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Tags: S&P | Shiller | home | prices

Shiller: Housing Sector Is Improving but Clouds Remain on Horizon

Tuesday, 28 August 2012 03:10 PM EDT

Home prices are on the mend and the sector is showing signs of recovery though clouds still lurk on the horizon, says Yale economist Robert Shiller, architect of the Standard & Poor’s/Case-Shiller home price index.

Cooling Asian economies and an escalating European debt crisis could dampen recovery in the U.S. and keep the housing sector bouncing along a bottom, while fiscal concerns at home can lag on recovery as well.

The S&P/Case-Shiller composite home price index gained 0.5 percent in June 2012 from June 2011, the first annual increase since 2010, and increased 0.9 percent from May 2012.

Editor's Note: Unthinkable Haunts Investors: Evidence for Imminent 90% Stock Market Drop.

“We seem to have upward momentum … but there are a lot of clouds on the horizon too,” Shiller tells Yahoo.

“We have the European crisis, which is looking very iffy right now, we have Asia weakening, we have the fiscal cliff — there’s a lot of things,” Shiller said.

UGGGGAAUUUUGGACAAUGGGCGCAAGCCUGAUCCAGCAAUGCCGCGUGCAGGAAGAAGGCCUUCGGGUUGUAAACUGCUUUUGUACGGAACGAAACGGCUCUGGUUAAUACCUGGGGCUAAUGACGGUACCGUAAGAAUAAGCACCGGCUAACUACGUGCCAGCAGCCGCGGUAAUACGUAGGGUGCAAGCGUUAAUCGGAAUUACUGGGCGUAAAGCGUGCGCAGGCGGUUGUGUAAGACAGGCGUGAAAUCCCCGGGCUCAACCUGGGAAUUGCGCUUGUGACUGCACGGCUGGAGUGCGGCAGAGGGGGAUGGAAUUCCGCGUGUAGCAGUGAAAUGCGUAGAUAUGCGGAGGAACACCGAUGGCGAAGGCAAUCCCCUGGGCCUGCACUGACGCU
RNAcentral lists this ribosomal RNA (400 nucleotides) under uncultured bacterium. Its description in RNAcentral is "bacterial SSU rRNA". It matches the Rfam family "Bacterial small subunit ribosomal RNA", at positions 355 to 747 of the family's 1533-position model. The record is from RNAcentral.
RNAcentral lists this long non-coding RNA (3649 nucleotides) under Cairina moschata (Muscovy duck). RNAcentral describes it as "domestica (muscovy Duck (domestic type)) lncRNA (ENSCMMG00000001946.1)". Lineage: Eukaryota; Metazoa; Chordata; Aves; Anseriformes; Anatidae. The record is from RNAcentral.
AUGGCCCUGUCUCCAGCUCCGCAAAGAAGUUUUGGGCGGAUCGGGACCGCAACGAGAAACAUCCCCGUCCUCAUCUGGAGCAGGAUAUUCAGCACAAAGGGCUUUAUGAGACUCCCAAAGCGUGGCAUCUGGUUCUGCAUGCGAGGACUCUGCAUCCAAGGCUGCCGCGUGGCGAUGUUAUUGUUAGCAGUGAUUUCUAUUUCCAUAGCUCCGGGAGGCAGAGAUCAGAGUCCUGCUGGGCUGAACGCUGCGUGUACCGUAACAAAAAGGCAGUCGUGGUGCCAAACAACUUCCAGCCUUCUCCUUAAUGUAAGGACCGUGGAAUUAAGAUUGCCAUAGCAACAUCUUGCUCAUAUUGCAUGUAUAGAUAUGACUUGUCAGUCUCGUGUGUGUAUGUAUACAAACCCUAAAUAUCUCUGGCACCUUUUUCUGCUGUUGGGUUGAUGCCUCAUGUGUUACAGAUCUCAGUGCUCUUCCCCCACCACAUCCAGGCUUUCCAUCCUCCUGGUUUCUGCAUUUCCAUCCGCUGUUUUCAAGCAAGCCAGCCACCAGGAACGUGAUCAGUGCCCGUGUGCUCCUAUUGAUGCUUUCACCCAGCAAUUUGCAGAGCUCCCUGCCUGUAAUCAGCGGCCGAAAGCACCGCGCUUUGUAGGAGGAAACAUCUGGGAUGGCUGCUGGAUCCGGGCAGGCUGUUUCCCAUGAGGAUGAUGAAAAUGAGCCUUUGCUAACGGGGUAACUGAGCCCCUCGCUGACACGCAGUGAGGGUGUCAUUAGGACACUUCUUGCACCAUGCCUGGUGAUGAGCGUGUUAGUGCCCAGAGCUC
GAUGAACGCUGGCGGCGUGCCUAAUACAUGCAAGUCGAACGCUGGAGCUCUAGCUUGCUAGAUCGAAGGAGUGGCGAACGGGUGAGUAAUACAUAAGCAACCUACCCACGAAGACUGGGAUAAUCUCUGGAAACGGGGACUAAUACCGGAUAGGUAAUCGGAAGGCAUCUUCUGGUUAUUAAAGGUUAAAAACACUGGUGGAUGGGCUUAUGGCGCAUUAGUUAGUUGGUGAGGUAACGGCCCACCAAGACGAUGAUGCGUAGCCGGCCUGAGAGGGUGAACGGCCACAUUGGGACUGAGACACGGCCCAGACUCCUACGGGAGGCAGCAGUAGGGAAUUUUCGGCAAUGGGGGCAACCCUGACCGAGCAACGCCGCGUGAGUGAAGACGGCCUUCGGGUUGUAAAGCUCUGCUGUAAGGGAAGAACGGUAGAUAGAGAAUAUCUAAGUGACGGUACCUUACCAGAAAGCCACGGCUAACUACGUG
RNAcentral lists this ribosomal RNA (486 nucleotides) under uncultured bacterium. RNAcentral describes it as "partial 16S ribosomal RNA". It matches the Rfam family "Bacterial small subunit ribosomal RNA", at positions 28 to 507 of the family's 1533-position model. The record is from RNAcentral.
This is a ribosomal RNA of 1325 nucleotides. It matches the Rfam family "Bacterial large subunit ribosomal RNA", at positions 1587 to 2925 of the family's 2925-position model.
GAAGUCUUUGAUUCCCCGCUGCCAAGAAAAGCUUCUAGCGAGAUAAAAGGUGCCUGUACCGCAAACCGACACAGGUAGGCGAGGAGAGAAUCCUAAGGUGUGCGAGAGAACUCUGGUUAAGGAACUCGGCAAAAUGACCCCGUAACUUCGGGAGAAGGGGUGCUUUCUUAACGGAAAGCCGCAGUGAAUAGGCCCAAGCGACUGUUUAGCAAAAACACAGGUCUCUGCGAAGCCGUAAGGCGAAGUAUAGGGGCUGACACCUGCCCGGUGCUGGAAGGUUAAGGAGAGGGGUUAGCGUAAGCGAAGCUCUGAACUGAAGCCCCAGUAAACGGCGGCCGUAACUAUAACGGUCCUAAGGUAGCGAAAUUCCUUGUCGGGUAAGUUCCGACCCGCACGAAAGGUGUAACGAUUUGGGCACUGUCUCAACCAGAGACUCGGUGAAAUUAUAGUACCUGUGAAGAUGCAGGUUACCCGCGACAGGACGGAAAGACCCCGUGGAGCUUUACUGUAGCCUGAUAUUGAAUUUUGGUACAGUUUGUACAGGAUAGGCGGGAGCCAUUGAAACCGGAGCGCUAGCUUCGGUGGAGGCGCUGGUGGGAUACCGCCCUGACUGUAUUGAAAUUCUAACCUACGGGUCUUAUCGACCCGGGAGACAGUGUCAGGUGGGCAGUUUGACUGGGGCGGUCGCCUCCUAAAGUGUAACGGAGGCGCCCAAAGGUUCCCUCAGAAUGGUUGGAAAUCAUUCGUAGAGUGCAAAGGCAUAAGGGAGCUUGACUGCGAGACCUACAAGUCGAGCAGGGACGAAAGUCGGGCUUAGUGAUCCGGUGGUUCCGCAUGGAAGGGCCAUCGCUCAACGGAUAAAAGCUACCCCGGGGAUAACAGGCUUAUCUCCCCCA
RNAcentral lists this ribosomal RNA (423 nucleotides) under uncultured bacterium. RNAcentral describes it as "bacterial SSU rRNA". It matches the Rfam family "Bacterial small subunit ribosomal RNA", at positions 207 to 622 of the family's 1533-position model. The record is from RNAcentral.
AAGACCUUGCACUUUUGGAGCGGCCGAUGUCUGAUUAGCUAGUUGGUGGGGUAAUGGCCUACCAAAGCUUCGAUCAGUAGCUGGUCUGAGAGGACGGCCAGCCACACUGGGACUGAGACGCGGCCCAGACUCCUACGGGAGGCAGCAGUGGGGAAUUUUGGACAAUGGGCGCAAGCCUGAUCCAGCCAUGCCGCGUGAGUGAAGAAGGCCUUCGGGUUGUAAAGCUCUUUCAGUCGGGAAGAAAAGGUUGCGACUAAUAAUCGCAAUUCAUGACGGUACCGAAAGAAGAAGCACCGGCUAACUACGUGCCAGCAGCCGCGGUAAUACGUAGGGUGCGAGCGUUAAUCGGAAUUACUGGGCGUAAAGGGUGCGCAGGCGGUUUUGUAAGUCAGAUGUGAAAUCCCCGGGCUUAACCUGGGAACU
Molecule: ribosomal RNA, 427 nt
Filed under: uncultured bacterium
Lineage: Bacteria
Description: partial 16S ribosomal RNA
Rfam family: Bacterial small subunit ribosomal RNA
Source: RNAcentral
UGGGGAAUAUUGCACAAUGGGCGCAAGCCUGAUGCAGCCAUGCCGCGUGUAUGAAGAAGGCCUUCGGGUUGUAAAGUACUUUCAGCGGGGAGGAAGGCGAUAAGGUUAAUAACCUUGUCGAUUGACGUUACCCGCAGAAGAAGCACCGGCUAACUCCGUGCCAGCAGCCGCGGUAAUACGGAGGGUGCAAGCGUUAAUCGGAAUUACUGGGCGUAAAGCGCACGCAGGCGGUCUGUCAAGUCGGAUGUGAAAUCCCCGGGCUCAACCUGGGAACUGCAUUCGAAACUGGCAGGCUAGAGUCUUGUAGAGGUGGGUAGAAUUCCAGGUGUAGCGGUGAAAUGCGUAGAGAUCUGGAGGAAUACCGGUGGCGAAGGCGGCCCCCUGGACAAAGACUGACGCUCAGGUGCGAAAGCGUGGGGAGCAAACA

At the end of the year, a series of tax breaks are scheduled to expire at the same time preprogrammed cuts to government spending are set to kick in, a combination known as a fiscal cliff that could send the economy sliding into recession next year if left unchecked by Congress.

Neither President Barack Obama nor his GOP challenger Mitt Romney have proposed mentionable solutions to repair the housing sector, as the issue “does not seem to be front and center” in the campaign, Shiller adds.

Glenn Hubbard, one of Romney’s economic advisors, has proposed mass refinancing for struggling homeowners, a plan that Shiller supports.

“I think it is a good idea,” says Shiller.

“I think a lot of people are having trouble refinancing. It almost seems like an injustice.”

Is now the time to buy while borrowing costs are still low? Maybe, but there’s no rush to jump in the market.

“Housing market events take place over years,” Shiller says.

“The market usually doesn’t turn on a dime … you probably have years of time to get into this market.”

Meanwhile, market observers were pleased with the June housing data, pointing out that it was strong enough to indicate a more sustained recovery.

“Persistent news of rising house prices should start convincing prospective home sellers that it’s not just a buyers’ market,” says Jonathan Basile, an economist with Credit Suisse, according to The Associated Press.

“And when Americans become more comfortable with selling their home, they also become more comfortable with buying another one.”

Editor's Note: Unthinkable Haunts Investors: Evidence for Imminent 90% Stock Market Drop.

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Tuesday, 28 August 2012 03:10 PM
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